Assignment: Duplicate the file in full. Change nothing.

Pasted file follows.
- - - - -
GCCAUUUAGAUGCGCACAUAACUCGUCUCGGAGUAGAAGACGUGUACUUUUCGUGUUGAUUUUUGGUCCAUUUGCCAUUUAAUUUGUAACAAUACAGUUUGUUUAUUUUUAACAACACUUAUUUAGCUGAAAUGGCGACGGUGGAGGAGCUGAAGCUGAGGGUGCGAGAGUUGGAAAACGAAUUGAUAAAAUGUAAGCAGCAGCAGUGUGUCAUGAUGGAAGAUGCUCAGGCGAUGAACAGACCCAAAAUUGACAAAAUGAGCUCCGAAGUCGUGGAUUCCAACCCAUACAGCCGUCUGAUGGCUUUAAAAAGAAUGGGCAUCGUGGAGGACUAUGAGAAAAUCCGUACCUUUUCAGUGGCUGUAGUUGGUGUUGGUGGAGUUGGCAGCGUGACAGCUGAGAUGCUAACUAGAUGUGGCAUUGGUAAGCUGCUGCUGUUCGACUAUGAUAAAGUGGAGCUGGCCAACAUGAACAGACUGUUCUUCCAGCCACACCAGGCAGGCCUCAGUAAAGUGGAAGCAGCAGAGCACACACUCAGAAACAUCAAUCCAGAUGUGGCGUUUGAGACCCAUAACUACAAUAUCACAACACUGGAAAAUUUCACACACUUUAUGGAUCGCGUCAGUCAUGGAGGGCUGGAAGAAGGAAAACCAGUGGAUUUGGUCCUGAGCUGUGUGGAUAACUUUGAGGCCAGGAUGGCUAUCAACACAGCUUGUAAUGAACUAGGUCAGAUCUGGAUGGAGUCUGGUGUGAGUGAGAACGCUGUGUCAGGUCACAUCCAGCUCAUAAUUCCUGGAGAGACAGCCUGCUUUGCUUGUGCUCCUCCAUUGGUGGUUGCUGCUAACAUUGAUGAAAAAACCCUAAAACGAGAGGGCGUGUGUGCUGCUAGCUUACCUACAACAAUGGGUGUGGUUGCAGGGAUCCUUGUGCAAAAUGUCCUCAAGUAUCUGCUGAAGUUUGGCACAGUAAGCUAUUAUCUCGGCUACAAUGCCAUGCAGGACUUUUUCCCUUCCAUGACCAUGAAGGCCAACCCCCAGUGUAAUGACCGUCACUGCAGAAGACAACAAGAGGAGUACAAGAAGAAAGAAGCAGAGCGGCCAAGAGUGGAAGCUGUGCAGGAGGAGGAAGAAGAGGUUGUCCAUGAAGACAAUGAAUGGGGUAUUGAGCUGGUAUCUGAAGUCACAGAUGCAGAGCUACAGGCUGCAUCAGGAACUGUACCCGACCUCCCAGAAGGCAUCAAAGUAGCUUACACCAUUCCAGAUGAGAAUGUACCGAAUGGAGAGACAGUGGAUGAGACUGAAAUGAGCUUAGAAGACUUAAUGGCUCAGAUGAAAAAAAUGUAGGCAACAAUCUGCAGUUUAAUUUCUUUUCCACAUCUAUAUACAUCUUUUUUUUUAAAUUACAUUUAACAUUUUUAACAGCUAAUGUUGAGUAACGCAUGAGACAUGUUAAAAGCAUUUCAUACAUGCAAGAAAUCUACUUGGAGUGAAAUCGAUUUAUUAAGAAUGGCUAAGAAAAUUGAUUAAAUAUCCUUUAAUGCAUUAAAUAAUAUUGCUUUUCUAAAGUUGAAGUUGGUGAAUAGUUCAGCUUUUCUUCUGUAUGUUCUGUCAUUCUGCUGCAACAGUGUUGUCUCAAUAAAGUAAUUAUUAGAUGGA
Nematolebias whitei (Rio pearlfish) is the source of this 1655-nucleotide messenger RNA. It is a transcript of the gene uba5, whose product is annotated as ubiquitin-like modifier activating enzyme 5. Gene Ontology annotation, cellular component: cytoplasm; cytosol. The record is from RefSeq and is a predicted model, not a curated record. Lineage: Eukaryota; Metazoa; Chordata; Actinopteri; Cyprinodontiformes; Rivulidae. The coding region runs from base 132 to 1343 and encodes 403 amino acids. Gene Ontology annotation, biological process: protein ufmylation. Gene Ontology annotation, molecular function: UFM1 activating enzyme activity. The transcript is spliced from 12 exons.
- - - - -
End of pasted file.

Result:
GCCAUUUAGAUGCGCACAUAACUCGUCUCGGAGUAGAAGACGUGUACUUUUCGUGUUGAUUUUUGGUCCAUUUGCCAUUUAAUUUGUAACAAUACAGUUUGUUUAUUUUUAACAACACUUAUUUAGCUGAAAUGGCGACGGUGGAGGAGCUGAAGCUGAGGGUGCGAGAGUUGGAAAACGAAUUGAUAAAAUGUAAGCAGCAGCAGUGUGUCAUGAUGGAAGAUGCUCAGGCGAUGAACAGACCCAAAAUUGACAAAAUGAGCUCCGAAGUCGUGGAUUCCAACCCAUACAGCCGUCUGAUGGCUUUAAAAAGAAUGGGCAUCGUGGAGGACUAUGAGAAAAUCCGUACCUUUUCAGUGGCUGUAGUUGGUGUUGGUGGAGUUGGCAGCGUGACAGCUGAGAUGCUAACUAGAUGUGGCAUUGGUAAGCUGCUGCUGUUCGACUAUGAUAAAGUGGAGCUGGCCAACAUGAACAGACUGUUCUUCCAGCCACACCAGGCAGGCCUCAGUAAAGUGGAAGCAGCAGAGCACACACUCAGAAACAUCAAUCCAGAUGUGGCGUUUGAGACCCAUAACUACAAUAUCACAACACUGGAAAAUUUCACACACUUUAUGGAUCGCGUCAGUCAUGGAGGGCUGGAAGAAGGAAAACCAGUGGAUUUGGUCCUGAGCUGUGUGGAUAACUUUGAGGCCAGGAUGGCUAUCAACACAGCUUGUAAUGAACUAGGUCAGAUCUGGAUGGAGUCUGGUGUGAGUGAGAACGCUGUGUCAGGUCACAUCCAGCUCAUAAUUCCUGGAGAGACAGCCUGCUUUGCUUGUGCUCCUCCAUUGGUGGUUGCUGCUAACAUUGAUGAAAAAACCCUAAAACGAGAGGGCGUGUGUGCUGCUAGCUUACCUACAACAAUGGGUGUGGUUGCAGGGAUCCUUGUGCAAAAUGUCCUCAAGUAUCUGCUGAAGUUUGGCACAGUAAGCUAUUAUCUCGGCUACAAUGCCAUGCAGGACUUUUUCCCUUCCAUGACCAUGAAGGCCAACCCCCAGUGUAAUGACCGUCACUGCAGAAGACAACAAGAGGAGUACAAGAAGAAAGAAGCAGAGCGGCCAAGAGUGGAAGCUGUGCAGGAGGAGGAAGAAGAGGUUGUCCAUGAAGACAAUGAAUGGGGUAUUGAGCUGGUAUCUGAAGUCACAGAUGCAGAGCUACAGGCUGCAUCAGGAACUGUACCCGACCUCCCAGAAGGCAUCAAAGUAGCUUACACCAUUCCAGAUGAGAAUGUACCGAAUGGAGAGACAGUGGAUGAGACUGAAAUGAGCUUAGAAGACUUAAUGGCUCAGAUGAAAAAAAUGUAGGCAACAAUCUGCAGUUUAAUUUCUUUUCCACAUCUAUAUACAUCUUUUUUUUUAAAUUACAUUUAACAUUUUUAACAGCUAAUGUUGAGUAACGCAUGAGACAUGUUAAAAGCAUUUCAUACAUGCAAGAAAUCUACUUGGAGUGAAAUCGAUUUAUUAAGAAUGGCUAAGAAAAUUGAUUAAAUAUCCUUUAAUGCAUUAAAUAAUAUUGCUUUUCUAAAGUUGAAGUUGGUGAAUAGUUCAGCUUUUCUUCUGUAUGUUCUGUCAUUCUGCUGCAACAGUGUUGUCUCAAUAAAGUAAUUAUUAGAUGGA
Nematolebias whitei (Rio pearlfish) is the source of this 1655-nucleotide messenger RNA. It is a transcript of the gene uba5, whose product is annotated as ubiquitin-like modifier activating enzyme 5. Gene Ontology annotation, cellular component: cytoplasm; cytosol. The record is from RefSeq and is a predicted model, not a curated record. Lineage: Eukaryota; Metazoa; Chordata; Actinopteri; Cyprinodontiformes; Rivulidae. The coding region runs from base 132 to 1343 and encodes 403 amino acids. Gene Ontology annotation, biological process: protein ufmylation. Gene Ontology annotation, molecular function: UFM1 activating enzyme activity. The transcript is spliced from 12 exons.